By Ogova Ondego
Published December 25, 2015
The morning dew was heavy on the leaves and tall grass on the footpath. Birds were singing in the fruit-laden branches of the fig and sycamore trees.
From a distance, spine-tingling cries of babies pierced the stillness of the morning. But Maria noticed none of these things as she hurried to the village well with a water-pot balancing on her head, deep in thought.
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To draw enough water for the home, Maria needed to make at least five trips to the well which was about 400 metres away from her home in Nazareth. Her parents, though related to David, Israel’s greatest King, eked a living from peasant farming and could not afford a domestic servant. That meant that all domestic work was shared between Maria, the only girl in the home, and her mother.
After making breakfast for her father and two elder brothers and a cousin before they left for communal labour at the local Roman soldiers’ camp, Maria had removed cow dung from the cattle shed, swept the compound and now was on her way to the well.
The sun would soon rise over the beautiful gentle hills of Galilee, dispersing the morning mist, and soon the ground would be shimmering with heat. She did not want this to happen before she had completed her trips to the well for it would force her to walk in the almost unbearable hot morning sun of Nazareth. She therefore increased her pace.
Besides having to take care of her baby brother so that her mother could go to the farm to harvest wheat, Maria wanted to make it to the well before long queues of women and girls had formed. At such times, it was not uncommon for tempers to rise, insults exchanged and even fights to break out. Things usually got worse when herdsmen brought their livestock for watering early. Women were expected to give men the right of way at such times. To avoid such inconveniences, Maria always went to the well early.
On her last trip from the well, Maria came across two men who seemed to be engaged in heated discussion. They looked up as she came near, stopping their conversation at the same time.
“Shalom,” Maria greeted them but they stared at her as if they were both deaf and dumb. When they thought she was out of earshot one of them said, “Better is the wickedness of a man than a woman who does good.”
“Or thinks she is doing good,” interjected his colleague, to which they both broke into a loud raucous laughter.
They were evidently discussing her, Maria concluded, but as was her habit, she quickly dismissed them from her mind. Her father was the only man she knew who respected women as God intended.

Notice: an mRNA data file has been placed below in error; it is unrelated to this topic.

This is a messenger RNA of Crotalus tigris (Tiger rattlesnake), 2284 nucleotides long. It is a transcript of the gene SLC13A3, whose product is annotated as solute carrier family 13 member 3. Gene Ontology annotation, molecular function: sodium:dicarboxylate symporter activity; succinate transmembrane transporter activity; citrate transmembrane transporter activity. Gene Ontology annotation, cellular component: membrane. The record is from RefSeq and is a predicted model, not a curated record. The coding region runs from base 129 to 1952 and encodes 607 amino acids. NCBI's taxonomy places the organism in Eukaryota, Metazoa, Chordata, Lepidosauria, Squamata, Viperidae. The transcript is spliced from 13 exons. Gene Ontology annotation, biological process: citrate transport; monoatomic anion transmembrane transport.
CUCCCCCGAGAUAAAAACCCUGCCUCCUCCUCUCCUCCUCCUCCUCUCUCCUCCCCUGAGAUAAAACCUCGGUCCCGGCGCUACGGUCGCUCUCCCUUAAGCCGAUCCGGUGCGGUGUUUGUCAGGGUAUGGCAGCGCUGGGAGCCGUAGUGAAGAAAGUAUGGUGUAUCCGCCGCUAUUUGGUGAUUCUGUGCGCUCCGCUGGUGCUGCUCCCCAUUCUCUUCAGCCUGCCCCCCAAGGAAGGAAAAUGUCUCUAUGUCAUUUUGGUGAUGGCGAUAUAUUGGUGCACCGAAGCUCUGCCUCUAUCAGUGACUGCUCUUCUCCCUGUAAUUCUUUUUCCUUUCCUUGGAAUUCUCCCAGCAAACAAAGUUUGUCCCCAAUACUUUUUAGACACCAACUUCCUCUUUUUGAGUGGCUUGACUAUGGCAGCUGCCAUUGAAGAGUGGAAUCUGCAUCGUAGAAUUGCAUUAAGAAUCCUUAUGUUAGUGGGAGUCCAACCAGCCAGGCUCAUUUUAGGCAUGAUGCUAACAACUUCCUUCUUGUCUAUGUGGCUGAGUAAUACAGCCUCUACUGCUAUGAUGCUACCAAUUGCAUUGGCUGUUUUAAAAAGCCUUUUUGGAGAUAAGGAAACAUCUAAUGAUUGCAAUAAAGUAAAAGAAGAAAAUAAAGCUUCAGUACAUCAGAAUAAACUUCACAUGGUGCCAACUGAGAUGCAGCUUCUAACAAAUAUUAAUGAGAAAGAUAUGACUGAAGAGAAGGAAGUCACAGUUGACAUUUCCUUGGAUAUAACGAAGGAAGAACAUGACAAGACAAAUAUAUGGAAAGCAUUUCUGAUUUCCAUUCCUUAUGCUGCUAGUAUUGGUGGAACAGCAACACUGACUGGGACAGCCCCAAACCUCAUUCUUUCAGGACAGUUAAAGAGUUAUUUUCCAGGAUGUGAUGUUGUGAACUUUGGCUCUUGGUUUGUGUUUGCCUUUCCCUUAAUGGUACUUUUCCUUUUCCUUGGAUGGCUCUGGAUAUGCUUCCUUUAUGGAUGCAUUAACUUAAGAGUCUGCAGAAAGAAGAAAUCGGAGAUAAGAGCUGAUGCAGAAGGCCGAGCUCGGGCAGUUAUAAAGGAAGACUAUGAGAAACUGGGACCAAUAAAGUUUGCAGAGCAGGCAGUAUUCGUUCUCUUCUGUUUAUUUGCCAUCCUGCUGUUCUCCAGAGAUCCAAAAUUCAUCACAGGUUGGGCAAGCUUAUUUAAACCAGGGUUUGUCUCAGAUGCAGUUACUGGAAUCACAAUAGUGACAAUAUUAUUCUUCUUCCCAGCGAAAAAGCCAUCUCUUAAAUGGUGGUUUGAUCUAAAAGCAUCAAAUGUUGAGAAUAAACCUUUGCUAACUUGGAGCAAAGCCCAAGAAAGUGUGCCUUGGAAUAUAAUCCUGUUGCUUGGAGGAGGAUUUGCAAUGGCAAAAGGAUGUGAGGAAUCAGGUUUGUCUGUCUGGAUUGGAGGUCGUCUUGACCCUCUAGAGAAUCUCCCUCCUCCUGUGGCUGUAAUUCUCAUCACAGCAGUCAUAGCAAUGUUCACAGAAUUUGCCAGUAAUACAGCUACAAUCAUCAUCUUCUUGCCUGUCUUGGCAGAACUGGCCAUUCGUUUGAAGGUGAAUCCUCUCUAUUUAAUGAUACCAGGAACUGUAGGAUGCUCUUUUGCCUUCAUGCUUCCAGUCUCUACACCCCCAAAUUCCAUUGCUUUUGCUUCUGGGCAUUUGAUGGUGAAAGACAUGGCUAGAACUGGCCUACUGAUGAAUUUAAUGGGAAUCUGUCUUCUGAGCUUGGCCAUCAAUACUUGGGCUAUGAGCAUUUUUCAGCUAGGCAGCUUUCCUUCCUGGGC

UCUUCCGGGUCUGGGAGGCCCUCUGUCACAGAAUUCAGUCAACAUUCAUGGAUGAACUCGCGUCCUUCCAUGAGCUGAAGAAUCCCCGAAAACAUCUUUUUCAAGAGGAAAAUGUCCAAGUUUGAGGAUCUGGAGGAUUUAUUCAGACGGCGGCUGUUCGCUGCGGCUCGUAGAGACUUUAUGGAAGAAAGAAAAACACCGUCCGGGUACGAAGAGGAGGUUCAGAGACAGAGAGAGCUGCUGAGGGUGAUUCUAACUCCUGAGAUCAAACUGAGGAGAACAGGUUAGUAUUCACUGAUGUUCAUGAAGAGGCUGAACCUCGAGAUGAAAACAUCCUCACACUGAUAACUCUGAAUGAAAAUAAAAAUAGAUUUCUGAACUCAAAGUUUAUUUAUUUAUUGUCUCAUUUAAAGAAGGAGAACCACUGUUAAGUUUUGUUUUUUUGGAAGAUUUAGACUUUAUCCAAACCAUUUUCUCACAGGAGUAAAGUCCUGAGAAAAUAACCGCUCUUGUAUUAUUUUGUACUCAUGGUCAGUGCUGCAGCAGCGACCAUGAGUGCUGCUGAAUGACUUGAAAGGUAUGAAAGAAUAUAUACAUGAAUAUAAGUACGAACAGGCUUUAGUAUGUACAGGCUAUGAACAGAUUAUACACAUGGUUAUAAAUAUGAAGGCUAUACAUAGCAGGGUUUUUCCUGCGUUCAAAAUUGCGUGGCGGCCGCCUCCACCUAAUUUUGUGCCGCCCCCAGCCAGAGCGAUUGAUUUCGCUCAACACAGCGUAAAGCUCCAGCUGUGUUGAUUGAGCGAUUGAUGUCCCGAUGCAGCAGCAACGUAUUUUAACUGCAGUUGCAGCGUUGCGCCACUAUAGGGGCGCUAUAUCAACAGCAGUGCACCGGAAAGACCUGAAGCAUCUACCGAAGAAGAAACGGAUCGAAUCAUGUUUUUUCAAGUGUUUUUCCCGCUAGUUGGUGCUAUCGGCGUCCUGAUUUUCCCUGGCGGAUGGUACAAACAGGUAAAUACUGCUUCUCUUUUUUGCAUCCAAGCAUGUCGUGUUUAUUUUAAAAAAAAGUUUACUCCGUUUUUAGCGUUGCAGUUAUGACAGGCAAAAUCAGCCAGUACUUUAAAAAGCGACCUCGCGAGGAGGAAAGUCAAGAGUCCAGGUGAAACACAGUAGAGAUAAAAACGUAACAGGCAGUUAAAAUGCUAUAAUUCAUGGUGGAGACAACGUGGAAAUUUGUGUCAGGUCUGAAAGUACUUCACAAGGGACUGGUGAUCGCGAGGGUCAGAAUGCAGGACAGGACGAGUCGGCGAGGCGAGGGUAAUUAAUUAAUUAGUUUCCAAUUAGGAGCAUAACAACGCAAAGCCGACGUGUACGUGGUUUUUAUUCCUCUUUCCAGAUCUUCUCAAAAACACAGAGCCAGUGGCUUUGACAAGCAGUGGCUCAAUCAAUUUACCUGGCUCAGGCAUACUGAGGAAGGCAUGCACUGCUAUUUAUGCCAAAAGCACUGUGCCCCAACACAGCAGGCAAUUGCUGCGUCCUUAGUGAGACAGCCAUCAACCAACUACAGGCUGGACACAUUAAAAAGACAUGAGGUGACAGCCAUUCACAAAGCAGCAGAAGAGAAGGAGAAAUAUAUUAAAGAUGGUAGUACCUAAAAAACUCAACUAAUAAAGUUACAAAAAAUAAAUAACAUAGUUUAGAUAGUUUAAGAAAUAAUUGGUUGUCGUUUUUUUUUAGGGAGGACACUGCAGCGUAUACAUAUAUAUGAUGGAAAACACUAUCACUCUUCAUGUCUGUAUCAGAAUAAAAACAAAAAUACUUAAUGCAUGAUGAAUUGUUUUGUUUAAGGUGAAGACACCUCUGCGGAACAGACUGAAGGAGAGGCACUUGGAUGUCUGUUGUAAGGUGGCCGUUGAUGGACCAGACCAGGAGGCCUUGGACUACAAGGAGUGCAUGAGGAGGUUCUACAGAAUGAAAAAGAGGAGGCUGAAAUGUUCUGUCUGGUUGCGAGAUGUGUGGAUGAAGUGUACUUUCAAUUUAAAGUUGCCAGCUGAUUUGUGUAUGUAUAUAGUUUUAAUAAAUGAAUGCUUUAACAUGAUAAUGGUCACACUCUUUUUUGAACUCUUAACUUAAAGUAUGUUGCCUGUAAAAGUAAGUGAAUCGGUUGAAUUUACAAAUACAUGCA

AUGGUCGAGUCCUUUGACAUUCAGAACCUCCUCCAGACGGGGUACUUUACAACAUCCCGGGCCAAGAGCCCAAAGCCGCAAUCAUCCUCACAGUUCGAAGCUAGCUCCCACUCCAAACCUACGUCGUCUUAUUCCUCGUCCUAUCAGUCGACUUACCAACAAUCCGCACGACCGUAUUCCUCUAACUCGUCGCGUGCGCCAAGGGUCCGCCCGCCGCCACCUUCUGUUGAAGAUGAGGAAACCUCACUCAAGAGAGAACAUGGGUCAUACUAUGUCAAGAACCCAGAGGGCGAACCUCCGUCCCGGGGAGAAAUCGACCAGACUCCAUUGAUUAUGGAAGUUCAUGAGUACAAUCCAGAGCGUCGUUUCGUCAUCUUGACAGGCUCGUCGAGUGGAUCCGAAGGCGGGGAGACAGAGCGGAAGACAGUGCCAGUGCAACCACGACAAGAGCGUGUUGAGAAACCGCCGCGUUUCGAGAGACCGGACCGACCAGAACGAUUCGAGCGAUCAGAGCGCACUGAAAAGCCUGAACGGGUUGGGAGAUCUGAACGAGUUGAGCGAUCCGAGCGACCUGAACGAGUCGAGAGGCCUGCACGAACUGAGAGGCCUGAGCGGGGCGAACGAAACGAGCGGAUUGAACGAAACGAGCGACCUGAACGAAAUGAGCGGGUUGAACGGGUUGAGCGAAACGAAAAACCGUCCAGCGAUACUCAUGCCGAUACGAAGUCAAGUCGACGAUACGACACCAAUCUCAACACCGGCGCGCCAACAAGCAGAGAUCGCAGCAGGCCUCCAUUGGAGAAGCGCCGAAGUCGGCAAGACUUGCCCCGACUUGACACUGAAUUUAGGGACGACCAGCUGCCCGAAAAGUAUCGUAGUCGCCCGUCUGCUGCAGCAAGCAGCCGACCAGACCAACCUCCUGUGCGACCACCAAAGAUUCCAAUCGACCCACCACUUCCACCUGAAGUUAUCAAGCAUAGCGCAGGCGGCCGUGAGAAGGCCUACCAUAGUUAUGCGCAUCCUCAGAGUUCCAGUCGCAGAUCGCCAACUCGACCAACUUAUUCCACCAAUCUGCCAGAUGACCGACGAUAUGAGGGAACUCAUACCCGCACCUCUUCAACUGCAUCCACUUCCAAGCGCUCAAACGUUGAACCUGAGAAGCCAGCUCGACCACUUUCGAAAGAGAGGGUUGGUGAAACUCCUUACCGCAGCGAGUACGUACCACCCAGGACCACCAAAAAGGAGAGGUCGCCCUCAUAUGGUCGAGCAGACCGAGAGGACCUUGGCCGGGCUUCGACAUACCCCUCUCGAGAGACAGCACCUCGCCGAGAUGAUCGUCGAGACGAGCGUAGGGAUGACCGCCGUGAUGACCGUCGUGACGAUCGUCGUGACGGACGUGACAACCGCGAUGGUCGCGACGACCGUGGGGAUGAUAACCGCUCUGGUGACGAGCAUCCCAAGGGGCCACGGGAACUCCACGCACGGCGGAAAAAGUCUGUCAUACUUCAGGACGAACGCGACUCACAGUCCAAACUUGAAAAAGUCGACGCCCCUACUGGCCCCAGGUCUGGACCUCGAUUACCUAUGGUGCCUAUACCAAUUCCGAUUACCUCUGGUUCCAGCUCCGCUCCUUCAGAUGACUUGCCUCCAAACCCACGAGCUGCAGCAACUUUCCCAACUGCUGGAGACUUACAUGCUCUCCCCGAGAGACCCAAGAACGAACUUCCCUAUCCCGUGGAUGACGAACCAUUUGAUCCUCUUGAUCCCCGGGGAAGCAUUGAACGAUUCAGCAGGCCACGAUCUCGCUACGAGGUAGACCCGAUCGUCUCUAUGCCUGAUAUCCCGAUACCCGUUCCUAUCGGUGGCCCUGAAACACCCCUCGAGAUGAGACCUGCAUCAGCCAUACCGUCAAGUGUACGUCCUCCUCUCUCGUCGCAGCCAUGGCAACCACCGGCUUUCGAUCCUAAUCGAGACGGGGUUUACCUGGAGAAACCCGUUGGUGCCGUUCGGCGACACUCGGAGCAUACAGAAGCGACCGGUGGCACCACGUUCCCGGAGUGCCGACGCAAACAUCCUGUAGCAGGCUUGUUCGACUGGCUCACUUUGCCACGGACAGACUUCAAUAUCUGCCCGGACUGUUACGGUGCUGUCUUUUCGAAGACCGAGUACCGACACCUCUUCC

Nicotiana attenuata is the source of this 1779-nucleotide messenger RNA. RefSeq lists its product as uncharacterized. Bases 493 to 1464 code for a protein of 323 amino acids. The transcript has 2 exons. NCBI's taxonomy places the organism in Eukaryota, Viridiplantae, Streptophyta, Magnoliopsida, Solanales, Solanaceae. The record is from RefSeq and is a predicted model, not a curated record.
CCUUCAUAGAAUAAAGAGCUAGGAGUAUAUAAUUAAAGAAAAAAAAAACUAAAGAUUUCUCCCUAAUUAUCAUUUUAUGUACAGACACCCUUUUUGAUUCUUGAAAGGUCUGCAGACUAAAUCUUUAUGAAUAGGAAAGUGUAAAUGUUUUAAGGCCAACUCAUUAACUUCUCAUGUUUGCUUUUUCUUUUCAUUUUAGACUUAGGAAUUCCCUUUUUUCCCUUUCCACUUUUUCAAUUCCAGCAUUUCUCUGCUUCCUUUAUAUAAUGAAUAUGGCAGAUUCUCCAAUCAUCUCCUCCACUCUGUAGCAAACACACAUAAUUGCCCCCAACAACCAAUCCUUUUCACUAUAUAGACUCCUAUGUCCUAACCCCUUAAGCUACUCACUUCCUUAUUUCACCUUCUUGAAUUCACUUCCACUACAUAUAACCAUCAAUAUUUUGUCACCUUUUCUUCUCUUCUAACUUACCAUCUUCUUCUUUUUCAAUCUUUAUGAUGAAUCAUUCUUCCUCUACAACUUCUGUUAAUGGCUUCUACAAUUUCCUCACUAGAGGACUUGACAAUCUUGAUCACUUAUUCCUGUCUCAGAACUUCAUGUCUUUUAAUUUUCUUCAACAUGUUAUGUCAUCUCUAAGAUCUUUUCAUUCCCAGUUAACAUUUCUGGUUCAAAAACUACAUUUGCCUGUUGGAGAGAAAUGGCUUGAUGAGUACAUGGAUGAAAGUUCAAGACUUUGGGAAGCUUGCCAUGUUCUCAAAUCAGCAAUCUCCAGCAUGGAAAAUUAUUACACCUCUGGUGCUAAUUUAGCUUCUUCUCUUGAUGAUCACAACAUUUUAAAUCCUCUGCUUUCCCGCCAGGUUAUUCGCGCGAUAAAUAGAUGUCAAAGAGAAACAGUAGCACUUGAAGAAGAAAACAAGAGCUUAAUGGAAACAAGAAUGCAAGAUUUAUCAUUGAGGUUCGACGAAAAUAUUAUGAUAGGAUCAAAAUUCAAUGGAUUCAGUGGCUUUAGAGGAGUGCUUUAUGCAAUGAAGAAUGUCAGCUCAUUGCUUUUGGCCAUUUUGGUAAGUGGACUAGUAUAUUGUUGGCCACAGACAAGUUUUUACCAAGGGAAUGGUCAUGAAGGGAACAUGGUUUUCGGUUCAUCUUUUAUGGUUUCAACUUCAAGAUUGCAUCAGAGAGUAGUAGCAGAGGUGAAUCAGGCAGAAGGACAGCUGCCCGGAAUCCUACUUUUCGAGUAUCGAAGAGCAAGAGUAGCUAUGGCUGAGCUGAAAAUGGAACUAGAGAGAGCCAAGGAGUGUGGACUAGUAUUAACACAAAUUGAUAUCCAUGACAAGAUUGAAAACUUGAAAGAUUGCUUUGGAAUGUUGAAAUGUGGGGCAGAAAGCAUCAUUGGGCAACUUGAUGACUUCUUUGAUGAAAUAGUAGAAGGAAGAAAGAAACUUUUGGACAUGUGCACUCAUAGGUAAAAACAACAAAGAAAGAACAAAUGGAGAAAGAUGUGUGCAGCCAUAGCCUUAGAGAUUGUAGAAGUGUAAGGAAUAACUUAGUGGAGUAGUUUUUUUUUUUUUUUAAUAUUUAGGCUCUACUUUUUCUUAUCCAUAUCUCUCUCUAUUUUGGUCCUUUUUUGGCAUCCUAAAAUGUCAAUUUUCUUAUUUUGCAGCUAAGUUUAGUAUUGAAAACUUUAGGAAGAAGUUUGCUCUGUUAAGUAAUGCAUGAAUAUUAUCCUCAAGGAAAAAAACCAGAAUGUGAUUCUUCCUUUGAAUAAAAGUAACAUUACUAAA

Unlike other men in the synagogue or at the shopping centre, Maria had never heard her father pray, “Thank you God for creating me neither a woman, a slave, nor a Gentile.” Without discrimination, he had taught Maria and her two brothers the importance of scriptures, especially those on prophecies concerning the Messiah. For this her father had been attacked, reviled, insulted and pooh-poohed for daring to teach his daughter, an ‘impure’ woman, God’s word. Despite this, he made sure that Maria was always surrounded with godly and positive examples in the home. As a family, they often prayed to God reminding Him of His promises to send Israel a saviour. Having failed to dissuade him from teaching Maria God’s word, his detractors now directed their hatred at Maria whom they referred to as “The Princess in Tatters.” Snubbing her in public, as the two men had just done, became a daily occurrence which Maria had learnt to live with.
Maybe all this would come to an end when she got married, she thought. She remembered her wedding which was just around the corner. Her parents had already arranged for her to marry Joseph, a poor but godly man. Joseph, the village carpenter, was also of the clan of David. He had already paid part of the dowry agreed upon between his best man and Maria’s father. The rest, he had promised, would be paid in three months.
How would marriage change her life? She wondered whether Roman soldiers would demand a share of her harvest of grapes, melons, oranges, wheat and barley as they did from her mother. What sort of wedding would she have, and would her children be made to work for the Romans as her brothers were doing? When would God send the long promised messiah to deliver Israel from Rome? It was only the previous evening that a 70-year-old man had collapsed under the back-breaking load he had been made to carry to King Herod’s palace, 10 kilometres away. The prayer her father had made to God then was now vivid in her mind. “Oh God, why don’t you send us the deliverer? Your people are tired of being enslaved in their own country and having to carry luggage for Roman soldiers for more than the one mile their law stipulates; they are taxed for everything they produce on their farms. Oh God, remember the promises you made to your people through the prophets of old.”